The day we weren't assisting in the dental clinic (which was quite an experience in itself), the rest of the students were teaching in a classroom. Each of us had prepared a variety of lessons to teach the students from our area of study. This included Leadership, Criminal Justice, Communications, and Engineering. We each led short seminars on things like "SMART" goal setting, the types of bullying, effective questions, and small building projects respectively. While a lot of improvising was necessary, and certain lessons were more effective than others, I think that our students were very receptive to what we had to share with them. More than anything they were just so grateful that we were spending time with them and having the opportunity to learn more about us and our experiences.
One irony of learning is that when you discover something new it typically leads to more questions. By the end of the trip several of us were believing that we came to teach, but ended up learning so much more. A trip like this is such a game-changer when it comes to the concepts of perspective, attitude, and responsibility. I spent many days on the ride down the mountain with several thoughts about how unfair it is that in many ways the students we met have been handed such difficult circumstances. I often wonder how much of our responsibility in life is to serve others and furthermore who should we serve? Some may say that we should spend our time helping those in our backyard, but just how far does that extend? Why should I give preferential treatment to my neighbors, when the people that we have met have been nothing but deserving and grateful of our time.
The biggest lesson from this trip for me has been adding that personal touch that is necessary to understand what it's like to live a life that is so different than your own. I have known about people in poverty around the world. I have seen slums and run-down housing. But I had never really met the people who lived there. By having the interaction with our students, it makes what would have been a interesting ride up and down the mountain, one that is incredibly more touching. Watching some of our students walk home from school after learning their names, seeing how bright they are, and wanting so much for them, is so incredibly hard to grapple with when you know that their opportunity is so much lower.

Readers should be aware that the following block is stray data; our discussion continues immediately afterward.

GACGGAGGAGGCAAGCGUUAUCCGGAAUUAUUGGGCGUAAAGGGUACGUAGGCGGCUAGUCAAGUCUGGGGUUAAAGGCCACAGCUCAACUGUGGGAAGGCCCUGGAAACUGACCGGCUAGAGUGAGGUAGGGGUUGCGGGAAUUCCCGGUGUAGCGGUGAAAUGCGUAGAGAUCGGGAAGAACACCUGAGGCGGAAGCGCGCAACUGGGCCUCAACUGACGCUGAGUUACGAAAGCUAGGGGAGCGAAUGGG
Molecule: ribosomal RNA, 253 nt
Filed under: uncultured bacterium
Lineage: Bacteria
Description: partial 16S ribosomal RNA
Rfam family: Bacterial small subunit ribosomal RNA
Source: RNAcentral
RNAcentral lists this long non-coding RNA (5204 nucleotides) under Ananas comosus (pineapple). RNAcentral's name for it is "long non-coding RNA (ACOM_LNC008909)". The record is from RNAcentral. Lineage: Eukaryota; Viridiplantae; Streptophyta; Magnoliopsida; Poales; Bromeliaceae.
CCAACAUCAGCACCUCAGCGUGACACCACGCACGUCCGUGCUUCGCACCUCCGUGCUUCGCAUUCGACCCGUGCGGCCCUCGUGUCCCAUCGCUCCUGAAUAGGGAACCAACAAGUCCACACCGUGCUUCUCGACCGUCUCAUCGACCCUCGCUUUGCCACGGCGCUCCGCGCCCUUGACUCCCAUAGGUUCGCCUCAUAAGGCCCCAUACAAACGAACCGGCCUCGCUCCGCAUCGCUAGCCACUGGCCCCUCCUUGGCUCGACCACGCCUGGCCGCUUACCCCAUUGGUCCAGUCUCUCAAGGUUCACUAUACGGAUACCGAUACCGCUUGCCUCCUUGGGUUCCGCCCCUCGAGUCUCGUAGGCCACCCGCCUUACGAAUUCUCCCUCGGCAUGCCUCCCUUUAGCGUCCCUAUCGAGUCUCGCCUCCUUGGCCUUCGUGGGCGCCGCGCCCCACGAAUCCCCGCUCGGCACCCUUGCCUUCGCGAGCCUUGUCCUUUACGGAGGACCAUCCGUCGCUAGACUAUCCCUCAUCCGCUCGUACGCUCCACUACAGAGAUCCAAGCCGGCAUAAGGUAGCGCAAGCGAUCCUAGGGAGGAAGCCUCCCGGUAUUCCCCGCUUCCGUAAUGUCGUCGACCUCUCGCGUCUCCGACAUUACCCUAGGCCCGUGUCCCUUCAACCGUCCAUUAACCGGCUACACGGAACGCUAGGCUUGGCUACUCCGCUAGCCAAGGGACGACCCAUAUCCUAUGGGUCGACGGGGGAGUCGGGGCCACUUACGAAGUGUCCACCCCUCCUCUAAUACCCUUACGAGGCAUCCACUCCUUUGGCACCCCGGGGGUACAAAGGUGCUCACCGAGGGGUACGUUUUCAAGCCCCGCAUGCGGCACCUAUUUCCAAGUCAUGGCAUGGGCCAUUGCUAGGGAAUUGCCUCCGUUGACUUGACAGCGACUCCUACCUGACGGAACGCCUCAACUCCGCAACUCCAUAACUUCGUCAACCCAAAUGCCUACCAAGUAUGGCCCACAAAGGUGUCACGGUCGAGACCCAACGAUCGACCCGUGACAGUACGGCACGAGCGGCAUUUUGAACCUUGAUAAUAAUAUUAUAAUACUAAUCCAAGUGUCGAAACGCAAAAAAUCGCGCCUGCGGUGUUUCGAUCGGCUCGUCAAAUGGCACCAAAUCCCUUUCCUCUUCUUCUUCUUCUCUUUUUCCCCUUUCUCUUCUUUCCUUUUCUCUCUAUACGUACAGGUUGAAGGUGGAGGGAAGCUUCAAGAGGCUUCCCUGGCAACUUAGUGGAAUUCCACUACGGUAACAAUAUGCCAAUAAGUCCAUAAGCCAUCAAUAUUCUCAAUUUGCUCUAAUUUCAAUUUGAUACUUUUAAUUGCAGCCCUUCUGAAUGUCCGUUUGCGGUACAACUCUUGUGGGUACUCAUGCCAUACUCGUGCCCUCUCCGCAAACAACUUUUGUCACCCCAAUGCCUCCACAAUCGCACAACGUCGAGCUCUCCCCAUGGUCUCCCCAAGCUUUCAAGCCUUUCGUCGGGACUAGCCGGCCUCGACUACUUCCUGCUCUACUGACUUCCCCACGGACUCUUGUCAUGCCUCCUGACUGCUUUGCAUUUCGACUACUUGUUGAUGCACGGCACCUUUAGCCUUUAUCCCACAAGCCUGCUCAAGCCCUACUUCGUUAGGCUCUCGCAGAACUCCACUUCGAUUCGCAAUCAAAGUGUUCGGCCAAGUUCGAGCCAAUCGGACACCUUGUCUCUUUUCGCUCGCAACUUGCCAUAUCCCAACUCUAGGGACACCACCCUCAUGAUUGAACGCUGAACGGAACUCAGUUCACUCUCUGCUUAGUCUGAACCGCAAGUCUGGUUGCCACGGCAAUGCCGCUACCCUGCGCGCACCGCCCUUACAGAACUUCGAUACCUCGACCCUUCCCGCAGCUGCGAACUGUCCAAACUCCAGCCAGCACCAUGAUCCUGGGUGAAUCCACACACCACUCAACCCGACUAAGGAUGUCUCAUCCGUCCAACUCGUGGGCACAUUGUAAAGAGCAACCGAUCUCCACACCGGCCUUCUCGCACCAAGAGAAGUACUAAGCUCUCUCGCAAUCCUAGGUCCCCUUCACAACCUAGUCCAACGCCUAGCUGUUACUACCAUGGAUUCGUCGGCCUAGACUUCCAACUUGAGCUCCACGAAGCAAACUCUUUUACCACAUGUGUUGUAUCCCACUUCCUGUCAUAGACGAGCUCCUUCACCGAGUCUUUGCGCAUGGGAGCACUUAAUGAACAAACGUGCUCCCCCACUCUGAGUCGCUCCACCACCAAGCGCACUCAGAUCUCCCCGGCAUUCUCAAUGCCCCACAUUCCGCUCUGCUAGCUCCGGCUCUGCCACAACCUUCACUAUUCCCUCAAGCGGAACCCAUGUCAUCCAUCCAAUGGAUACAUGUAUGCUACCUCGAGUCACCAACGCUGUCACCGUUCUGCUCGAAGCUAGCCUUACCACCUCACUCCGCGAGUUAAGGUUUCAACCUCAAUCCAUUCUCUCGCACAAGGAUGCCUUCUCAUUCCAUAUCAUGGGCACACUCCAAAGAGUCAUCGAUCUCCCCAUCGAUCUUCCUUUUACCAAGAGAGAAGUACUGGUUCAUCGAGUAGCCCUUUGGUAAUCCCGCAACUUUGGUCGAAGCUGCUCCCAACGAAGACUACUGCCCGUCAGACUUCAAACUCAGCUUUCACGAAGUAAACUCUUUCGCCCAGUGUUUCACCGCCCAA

It's frustrating to know that these students with such bright minds, grateful spirits, and incredible attitudes will have to work so much harder and will still most likely receive so much less than their counterparts in the United States or other parts of the globe. It's frustrating that we saw incredibly lavish private schools on the same mountain and houses with five cars one day, yet, met so many great people struggling in poverty the day before. In some ways this frustration is very humbling because it reminds us how much of life is out of our control. At times it can elicit feelings of powerlessness too, because I know that me and all of my classmates would have loved to have done so much more to help if we could, yet we know that in many ways we can only do so much. What amazed me even more, is that I don't sense that frustration from my students. Their strong attitude, gratefulness, and happiness, seemed even greater than those in much better circumstances.
However, this frustration has also led to motivation. It has inspired me to help others more often when I know I can. It has reminded me that I am incredibly blessed and to not waste opportunities. Finally, it has shown that when something is bothering me I need to step back and think about the big picture because more often than not...my problems are the problems that others would love to have.
Student Body President
-University of Louisville International Service Learning Program